Optimism in air as sowing programs wind up

Optimism in air as sowing programs wind up

Cropping
Brad Jenkinson, Warracknabeal, says it has been a good start to the season in his local area.

Brad Jenkinson, Warracknabeal, says it has been a good start to the season in his local area.

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Some NSW farmers have recorded what they describe as their best start to the season ever as the nation's cropping program winds up.

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THE MARKED turnaround throughout NSW where many farmers have gone from the desperation of two failed seasons in a row to what some have dubbed the best start ever headlines a solid start to the Australian winter cropping season.

While parts of Western Australia and Queensland remain dry, generally speaking the autumn moisture across Australia's cropping belt has been excellent.

NSW Farmers Association grains committee chairman Matthew Madden said farmers right throughout the state were excited for the season ahead.

"It is great to be entering the season with good conditions, right across the entire state with the exception of a couple of districts right up on the Queensland border things are in really good shape," Mr Madden said.

"Some farmers are even labelling it their best start ever."

Mr Madden said the plant was just about complete, even in the Central West region where heavy April rain delayed sowing.

"It's dried up just enough there to allow people to plant but there is still plenty of moisture, people are cautiously optimistic there is going to be a turnaround in fortunes after the last couple of years."

He said sowing was virtually done, with just a few later crops, such as chickpeas and durum wheat, still to go in.

"It was a great, early start, we even had the odd situation where people had to pull up and slow down a bit as things were going in a little bit too early."

Grain Growers chairman Brett Hosking said sowing was virtually done through Victoria and South Australia.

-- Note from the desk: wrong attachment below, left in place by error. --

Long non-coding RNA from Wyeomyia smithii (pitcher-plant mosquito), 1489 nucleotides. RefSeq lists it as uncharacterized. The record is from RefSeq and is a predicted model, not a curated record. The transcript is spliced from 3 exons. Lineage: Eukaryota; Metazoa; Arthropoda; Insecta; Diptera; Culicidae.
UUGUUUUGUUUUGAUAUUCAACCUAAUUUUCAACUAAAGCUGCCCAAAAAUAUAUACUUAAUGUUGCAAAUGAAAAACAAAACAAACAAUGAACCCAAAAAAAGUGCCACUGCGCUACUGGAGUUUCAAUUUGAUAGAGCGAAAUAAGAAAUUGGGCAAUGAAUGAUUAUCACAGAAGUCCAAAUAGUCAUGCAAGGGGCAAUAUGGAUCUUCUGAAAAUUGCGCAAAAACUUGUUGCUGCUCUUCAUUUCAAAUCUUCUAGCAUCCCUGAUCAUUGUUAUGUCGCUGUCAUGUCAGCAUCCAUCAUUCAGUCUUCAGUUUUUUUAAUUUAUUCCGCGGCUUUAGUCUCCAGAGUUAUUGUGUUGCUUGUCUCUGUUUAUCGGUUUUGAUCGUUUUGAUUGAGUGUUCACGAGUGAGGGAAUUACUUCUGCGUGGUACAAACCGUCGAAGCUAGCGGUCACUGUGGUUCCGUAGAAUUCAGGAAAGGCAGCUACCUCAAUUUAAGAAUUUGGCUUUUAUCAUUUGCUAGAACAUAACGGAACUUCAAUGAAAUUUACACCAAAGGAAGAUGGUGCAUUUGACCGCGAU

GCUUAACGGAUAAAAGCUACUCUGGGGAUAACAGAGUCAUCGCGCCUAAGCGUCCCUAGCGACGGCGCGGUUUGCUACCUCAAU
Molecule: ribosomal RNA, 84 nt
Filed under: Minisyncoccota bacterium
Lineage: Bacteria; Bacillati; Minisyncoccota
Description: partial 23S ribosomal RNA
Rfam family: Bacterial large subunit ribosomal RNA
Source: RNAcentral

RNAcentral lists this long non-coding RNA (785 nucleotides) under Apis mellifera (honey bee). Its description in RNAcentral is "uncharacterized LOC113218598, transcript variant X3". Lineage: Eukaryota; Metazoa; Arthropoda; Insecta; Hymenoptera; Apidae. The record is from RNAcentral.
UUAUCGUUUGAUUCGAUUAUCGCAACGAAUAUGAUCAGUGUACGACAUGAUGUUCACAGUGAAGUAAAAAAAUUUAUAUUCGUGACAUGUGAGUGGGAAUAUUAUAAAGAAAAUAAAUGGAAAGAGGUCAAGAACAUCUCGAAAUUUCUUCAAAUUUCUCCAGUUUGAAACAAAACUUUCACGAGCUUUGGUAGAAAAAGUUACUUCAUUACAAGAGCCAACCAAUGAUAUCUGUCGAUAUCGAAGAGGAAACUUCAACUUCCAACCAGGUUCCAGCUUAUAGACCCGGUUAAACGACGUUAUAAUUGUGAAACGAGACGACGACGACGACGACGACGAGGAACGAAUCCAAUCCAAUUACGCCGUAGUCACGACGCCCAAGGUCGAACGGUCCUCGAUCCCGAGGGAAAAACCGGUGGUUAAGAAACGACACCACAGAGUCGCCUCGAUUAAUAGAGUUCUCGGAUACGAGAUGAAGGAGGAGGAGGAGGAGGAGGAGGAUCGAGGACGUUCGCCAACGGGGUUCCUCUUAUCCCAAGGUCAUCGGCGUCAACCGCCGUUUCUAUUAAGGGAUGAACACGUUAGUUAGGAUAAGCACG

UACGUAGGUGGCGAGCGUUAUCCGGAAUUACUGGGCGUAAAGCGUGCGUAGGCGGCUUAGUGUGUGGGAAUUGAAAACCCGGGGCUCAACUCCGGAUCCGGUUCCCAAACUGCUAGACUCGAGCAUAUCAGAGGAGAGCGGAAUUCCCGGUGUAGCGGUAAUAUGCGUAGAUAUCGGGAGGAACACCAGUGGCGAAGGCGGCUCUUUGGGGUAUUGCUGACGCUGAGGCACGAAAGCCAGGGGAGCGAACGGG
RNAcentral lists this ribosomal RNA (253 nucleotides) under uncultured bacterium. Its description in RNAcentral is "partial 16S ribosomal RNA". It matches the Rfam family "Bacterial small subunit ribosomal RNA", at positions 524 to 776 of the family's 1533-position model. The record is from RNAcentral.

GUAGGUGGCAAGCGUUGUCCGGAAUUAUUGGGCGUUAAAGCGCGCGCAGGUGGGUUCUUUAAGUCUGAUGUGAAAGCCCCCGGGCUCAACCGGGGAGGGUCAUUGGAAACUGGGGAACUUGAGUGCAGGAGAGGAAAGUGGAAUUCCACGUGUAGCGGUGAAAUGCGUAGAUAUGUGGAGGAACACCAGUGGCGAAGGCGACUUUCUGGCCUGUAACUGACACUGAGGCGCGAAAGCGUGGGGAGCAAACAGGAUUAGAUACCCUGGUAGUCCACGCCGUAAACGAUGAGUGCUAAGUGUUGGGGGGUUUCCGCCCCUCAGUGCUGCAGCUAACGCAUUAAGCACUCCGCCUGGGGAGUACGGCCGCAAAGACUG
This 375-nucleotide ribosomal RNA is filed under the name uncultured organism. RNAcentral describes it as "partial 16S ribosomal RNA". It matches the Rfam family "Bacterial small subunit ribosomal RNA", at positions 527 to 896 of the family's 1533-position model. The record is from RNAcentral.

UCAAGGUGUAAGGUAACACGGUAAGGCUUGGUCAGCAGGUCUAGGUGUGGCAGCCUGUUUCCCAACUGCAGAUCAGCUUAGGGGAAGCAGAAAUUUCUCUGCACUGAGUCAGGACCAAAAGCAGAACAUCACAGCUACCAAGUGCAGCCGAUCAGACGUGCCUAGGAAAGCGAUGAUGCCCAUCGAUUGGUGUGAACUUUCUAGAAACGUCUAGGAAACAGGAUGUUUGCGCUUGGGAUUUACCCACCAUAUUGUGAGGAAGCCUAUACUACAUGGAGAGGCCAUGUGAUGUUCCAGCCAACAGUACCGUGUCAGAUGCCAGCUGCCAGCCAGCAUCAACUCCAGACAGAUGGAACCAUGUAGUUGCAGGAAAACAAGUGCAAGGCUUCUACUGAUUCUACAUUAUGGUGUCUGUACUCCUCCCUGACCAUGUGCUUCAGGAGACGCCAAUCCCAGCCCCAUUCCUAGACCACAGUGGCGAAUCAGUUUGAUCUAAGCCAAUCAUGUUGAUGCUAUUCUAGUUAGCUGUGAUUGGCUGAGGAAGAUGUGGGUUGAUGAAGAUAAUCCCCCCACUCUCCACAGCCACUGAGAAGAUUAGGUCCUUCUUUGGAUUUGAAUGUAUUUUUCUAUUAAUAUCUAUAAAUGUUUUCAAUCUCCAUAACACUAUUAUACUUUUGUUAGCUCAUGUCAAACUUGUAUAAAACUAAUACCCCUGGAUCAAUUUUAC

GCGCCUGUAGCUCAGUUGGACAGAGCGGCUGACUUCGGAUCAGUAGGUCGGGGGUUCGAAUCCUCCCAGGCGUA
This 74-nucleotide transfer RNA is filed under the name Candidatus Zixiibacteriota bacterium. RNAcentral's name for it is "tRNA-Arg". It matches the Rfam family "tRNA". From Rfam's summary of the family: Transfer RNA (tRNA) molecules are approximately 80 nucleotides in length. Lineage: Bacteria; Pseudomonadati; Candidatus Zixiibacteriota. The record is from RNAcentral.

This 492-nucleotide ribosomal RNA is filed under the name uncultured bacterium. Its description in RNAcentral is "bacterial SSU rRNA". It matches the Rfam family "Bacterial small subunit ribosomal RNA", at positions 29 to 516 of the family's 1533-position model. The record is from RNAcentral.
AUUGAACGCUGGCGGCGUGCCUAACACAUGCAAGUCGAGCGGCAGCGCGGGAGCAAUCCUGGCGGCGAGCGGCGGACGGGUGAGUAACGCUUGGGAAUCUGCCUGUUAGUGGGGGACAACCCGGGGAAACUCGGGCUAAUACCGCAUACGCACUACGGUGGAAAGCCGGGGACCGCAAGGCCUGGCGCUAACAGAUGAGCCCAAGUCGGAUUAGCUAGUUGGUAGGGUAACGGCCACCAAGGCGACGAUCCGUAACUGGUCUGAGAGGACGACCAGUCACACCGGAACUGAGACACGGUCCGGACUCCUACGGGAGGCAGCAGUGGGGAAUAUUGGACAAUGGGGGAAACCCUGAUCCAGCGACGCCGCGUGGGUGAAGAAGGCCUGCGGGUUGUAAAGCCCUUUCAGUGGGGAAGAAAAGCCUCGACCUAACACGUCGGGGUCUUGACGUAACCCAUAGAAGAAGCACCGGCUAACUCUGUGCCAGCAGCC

"There are a few pulses still to go in but by and large people have the crop in and are fairly happy with where things are sitting, there has been a pretty good general break over south-eastern Australia," Mr Hosking said.

He said in Western Australia the plant was near done, but there was markedly less optimism.

"There has been a little rain over the past fortnight but it has been patchy," he said.

"Most people have planted but they planted dry and there is not a lot of moisture so they are getting nervous."

In Queensland he said it had been a mixed bag, with some farmers taking a punt and planting and some holding off.

"There is reasonable moisture underneath but not really enough surface moisture to germinate," he said.

Through Victoria, the plant has gone well.

Brad Jenkinson, who works for Bernard Lindsay, Warracknabeal, in the northern Wimmera, said sowing was drawing to a close.

"It has gone fairly well, there has been some good rain but not enough to hold us up for long periods of time," he said.

In northern and central NSW, in contrast, Mr Madden said secondary roots were already pushing down into subsoil moisture.

"Through the north it won't require a lot of rain to get to close to an average crop at least."

Mr Madden's bullish forecast is backed up by Rabobank research issued this week which is predicting a massive 95 per cent increase in planted area in NSW.

Even allowing for the dry start, Rabobank tips Queensland winter crop hectares planted to increase by 44pc off last year.

In contrast WA planted area is tipped to rise by just 7pc, SA 12pc and Victoria 14pc.

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